$250,000 grant funds collaborative study on access to early childhood education in Illinois
The UIC research team hopes that the study’s findings bring to light the multiple ways families navigate exclusions and transitions
In 2018, Illinois passed one of the most expansive and progressive pieces of legislation (IL PA 100-0105) that aimed to reduce expulsions from early childhood education and child care programs.
The legislation requires programs funded by the Illinois State Board of Education or licensed by the Department of Children and Family Services to make every possible effort to retain a child. The use of any and all available resources, services and interventions must also be documented by care providers.
While most research on preschool expulsion uses data collected from administrators and teachers, early childhood researchers at the University of Illinois at Chicago plan to obtain new perspectives on the matter with feedback from families who are living with the effects of their child’s expulsion.
Backed by a two-year, $250,000 grant from the Robert Wood Johnson Foundation, co-principal investigators Sarai Coba-Rodriguez and Kate Zinsser will examine the extent to which families experience the planned transition process included in the legislation; whether and how transition and exclusion practices vary by geographic region, program, family and child characteristics; and how families make new care arrangements and the extent to which those arrangements compare with regards to access, affordability and quality to the original excluding programs.
“More than half of Illinois residents live in regions labeled ‘child care deserts’ because there is such scarcity in licensed early care and education programs,” said Zinsser, associate professor of psychology and principal investigator at the Social-Emotional Teaching and Learning Lab at UIC. “Unfortunately, even if a family can find and afford care, there is no guarantee that their child will be welcome to stay in that arrangement long-term.”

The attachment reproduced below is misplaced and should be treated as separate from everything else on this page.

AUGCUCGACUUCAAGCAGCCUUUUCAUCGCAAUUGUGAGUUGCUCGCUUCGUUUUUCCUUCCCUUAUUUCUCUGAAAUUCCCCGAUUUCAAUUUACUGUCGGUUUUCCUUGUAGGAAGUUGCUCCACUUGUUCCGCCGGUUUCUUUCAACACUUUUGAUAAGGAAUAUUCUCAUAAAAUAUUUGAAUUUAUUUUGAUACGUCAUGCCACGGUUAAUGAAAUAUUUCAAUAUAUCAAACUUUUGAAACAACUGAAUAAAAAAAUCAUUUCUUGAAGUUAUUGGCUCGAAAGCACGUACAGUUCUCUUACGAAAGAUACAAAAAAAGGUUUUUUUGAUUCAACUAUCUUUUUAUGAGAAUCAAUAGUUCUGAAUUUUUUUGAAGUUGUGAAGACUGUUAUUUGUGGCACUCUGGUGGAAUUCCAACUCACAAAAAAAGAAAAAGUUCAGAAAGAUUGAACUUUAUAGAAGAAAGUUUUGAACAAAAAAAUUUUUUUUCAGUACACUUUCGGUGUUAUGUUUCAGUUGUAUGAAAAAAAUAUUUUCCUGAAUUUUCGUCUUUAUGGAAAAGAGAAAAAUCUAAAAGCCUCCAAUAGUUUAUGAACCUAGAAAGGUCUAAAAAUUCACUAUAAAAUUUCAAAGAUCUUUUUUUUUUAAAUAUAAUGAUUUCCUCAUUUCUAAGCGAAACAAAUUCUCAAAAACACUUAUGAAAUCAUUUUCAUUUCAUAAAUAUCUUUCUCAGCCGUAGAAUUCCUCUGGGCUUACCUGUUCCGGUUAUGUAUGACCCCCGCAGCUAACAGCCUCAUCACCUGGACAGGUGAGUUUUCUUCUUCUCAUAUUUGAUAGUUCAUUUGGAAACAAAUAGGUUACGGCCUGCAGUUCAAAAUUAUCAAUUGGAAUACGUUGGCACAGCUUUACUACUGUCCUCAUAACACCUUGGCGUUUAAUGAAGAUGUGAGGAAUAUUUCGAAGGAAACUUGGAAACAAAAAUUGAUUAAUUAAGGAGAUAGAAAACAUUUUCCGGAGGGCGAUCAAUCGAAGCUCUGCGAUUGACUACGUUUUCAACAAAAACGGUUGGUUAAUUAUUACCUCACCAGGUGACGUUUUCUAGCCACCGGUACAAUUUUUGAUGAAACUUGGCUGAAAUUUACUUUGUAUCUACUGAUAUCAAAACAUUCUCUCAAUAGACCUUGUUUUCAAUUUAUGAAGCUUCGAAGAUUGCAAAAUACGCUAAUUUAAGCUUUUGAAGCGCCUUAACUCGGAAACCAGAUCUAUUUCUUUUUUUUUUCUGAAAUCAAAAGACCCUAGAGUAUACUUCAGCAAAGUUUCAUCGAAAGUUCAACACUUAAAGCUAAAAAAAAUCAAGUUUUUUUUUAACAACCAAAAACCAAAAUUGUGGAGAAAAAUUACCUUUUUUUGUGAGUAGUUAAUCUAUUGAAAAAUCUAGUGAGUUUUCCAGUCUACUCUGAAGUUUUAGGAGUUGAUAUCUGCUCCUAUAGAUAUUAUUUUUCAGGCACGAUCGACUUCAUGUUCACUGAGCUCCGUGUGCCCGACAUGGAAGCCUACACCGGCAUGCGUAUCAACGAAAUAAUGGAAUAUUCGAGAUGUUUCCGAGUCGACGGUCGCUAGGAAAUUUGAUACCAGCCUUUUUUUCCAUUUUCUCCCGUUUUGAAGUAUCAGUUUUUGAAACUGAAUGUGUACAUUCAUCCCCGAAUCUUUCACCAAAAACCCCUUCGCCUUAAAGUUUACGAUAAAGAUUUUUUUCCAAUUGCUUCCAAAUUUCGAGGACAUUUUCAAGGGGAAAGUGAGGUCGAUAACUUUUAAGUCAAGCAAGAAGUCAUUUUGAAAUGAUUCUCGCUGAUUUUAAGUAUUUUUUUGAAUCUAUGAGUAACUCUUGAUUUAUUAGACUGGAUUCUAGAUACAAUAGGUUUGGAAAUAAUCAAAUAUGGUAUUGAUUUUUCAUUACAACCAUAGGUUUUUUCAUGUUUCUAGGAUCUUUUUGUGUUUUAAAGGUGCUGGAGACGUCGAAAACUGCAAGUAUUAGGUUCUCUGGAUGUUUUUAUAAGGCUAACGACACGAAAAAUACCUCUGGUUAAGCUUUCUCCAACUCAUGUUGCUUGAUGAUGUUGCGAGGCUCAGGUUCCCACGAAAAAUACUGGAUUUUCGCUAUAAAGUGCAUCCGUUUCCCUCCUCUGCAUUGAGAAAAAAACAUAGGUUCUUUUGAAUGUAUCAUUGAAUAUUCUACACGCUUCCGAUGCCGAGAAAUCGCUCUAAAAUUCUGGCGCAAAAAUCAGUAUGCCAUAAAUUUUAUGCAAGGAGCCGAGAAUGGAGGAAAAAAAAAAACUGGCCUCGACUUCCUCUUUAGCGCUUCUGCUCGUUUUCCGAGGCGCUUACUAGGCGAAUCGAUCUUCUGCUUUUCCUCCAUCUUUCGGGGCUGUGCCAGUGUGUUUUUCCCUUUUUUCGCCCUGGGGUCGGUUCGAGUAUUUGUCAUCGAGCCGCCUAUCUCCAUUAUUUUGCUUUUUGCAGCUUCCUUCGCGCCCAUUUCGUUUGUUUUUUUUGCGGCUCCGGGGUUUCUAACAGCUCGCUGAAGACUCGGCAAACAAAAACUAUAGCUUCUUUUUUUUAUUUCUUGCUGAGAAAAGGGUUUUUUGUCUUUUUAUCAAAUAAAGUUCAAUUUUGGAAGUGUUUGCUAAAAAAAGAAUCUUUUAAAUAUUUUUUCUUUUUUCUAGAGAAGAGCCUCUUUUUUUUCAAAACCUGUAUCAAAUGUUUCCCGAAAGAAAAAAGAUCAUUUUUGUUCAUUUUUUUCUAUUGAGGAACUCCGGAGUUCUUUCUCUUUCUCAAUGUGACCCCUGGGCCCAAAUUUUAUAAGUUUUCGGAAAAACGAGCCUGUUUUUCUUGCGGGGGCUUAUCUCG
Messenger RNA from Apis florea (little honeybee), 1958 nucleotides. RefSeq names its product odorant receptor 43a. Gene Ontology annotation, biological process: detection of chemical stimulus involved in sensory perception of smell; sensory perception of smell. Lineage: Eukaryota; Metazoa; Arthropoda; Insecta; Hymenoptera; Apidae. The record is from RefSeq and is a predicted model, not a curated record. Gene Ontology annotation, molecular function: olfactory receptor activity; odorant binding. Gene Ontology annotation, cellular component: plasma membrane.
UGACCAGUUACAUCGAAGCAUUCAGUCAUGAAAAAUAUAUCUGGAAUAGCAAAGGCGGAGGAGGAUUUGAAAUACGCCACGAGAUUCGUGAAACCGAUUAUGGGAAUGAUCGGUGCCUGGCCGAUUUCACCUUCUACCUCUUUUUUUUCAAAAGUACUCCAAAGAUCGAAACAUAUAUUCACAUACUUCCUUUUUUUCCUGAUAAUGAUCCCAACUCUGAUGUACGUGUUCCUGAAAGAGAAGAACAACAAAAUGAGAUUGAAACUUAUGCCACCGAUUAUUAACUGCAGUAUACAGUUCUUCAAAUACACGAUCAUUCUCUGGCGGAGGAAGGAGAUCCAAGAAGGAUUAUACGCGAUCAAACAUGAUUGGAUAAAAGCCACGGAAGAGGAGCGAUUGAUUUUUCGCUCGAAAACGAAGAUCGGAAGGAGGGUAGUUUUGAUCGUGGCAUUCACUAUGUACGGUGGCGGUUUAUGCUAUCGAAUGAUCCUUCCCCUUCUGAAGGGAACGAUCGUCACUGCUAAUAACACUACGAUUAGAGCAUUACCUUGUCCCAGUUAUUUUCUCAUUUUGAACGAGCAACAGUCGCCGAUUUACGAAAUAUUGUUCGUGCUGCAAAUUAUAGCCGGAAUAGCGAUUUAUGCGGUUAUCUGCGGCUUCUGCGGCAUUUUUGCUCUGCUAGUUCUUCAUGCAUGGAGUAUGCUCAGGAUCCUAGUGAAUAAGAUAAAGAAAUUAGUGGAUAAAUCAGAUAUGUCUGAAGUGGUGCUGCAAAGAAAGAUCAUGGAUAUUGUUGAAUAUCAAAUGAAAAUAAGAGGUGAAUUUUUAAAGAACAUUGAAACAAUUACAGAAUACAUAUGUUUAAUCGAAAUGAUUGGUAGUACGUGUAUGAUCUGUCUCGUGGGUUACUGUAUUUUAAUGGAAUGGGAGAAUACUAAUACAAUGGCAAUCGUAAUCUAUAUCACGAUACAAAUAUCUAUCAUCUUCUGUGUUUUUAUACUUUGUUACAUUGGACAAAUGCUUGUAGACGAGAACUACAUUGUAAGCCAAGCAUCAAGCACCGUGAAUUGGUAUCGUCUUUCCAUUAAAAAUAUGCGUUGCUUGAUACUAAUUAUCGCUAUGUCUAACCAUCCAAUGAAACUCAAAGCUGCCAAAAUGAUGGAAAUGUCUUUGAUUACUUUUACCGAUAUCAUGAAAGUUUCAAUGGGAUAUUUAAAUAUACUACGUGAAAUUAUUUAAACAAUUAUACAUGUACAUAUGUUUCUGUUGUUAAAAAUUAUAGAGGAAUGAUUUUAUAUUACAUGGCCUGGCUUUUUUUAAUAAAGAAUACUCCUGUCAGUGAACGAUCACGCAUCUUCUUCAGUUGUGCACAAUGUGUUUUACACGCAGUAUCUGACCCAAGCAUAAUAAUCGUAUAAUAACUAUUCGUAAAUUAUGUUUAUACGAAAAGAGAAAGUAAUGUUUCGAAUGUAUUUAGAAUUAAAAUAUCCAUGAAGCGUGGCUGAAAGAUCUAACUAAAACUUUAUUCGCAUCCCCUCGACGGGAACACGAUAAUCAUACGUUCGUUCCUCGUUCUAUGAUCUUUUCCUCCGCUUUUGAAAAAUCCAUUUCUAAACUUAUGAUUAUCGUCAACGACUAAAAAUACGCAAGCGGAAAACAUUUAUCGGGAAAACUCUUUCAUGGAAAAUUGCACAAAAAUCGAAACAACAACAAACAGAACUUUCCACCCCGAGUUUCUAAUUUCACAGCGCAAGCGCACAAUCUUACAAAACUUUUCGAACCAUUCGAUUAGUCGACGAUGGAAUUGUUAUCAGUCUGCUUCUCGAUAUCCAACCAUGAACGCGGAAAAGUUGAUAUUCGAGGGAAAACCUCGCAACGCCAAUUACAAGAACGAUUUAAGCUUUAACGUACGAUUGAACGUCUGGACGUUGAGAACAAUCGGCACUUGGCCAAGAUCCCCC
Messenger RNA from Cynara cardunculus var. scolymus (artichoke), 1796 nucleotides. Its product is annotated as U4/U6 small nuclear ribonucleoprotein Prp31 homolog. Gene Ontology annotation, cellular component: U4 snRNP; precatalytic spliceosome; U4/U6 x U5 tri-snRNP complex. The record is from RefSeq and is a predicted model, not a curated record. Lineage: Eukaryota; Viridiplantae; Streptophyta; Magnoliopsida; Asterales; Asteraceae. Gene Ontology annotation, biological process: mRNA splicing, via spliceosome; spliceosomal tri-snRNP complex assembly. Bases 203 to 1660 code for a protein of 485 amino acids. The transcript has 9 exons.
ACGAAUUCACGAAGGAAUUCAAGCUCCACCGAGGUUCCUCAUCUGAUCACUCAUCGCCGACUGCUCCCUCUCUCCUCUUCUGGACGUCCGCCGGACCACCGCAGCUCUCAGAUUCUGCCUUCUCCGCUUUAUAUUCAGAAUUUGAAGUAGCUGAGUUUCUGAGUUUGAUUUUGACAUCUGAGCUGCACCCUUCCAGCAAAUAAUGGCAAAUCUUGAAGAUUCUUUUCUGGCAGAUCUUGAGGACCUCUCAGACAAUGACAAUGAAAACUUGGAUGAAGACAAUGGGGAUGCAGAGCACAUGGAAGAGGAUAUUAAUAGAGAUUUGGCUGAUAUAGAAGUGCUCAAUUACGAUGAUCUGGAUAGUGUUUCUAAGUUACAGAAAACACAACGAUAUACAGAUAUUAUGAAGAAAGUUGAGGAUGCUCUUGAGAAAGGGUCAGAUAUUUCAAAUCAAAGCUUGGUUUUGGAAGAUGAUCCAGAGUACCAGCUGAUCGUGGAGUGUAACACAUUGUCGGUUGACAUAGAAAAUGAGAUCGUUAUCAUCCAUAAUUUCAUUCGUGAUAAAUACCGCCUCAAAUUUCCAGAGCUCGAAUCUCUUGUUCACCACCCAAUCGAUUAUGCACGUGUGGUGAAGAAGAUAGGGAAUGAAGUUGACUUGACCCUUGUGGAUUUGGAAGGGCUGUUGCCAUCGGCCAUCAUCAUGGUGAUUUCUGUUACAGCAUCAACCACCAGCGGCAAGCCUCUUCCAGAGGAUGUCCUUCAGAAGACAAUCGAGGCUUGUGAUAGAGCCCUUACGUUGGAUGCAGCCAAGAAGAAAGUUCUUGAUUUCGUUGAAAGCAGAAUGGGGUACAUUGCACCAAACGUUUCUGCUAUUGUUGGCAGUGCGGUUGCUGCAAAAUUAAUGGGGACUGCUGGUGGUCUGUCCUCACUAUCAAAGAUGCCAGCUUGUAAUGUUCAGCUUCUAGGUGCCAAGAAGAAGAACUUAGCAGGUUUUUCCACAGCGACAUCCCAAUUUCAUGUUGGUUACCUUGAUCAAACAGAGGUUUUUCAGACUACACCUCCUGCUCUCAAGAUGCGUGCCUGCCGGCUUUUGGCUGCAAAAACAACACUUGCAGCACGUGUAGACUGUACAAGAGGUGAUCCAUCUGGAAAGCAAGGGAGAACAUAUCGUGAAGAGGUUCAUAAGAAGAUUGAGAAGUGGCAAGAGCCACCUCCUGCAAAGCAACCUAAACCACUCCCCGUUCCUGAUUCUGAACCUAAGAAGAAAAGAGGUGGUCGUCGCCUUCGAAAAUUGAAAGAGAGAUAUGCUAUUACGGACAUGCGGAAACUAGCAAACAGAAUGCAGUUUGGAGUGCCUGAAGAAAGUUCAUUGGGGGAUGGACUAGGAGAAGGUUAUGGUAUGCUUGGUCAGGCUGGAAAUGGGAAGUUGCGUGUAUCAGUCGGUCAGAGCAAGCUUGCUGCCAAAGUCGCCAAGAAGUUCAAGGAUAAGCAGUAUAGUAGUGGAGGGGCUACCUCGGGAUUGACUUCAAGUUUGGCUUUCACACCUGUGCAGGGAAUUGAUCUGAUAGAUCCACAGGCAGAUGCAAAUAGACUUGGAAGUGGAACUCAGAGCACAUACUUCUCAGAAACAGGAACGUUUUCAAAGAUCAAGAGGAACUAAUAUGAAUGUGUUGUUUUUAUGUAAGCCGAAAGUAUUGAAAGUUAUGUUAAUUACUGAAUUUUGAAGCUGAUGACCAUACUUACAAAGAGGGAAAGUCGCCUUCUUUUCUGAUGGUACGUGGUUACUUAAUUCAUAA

According to the researchers, Latino families are the most affected by the scarcity of child care in Illinois, while on a national level they note excluded children — those who have been expelled, suspended, or otherwise forced out of care — are disproportionately black and male.
The UIC research team hopes that the study’s findings help inform policymakers, programs and family advocates about the multiple ways families navigate exclusions and transitions.
“By clarifying what barriers families face and support they utilize while trying to access affordable, high-quality care following an exclusion, we will be able to make recommendations about where and how to increase service allocation for low-income families,” said Coba-Rodriguez, UIC assistant professor of educational psychology.
In 2019, Zinsser and researchers at UIC conducted a preliminary investigation of Illinois early childhood programs’ current and prior expulsion practices, in addition to program managers’ understanding of and responses to the new law.
Their report showed administrators had varying levels of knowledge about the law, comfort and confidence complying with stipulations, perceived benefits and unintended consequences, as well as historic and expected disciplinary procedures and prior experiences and barriers accessing evidence-based resources and supports.
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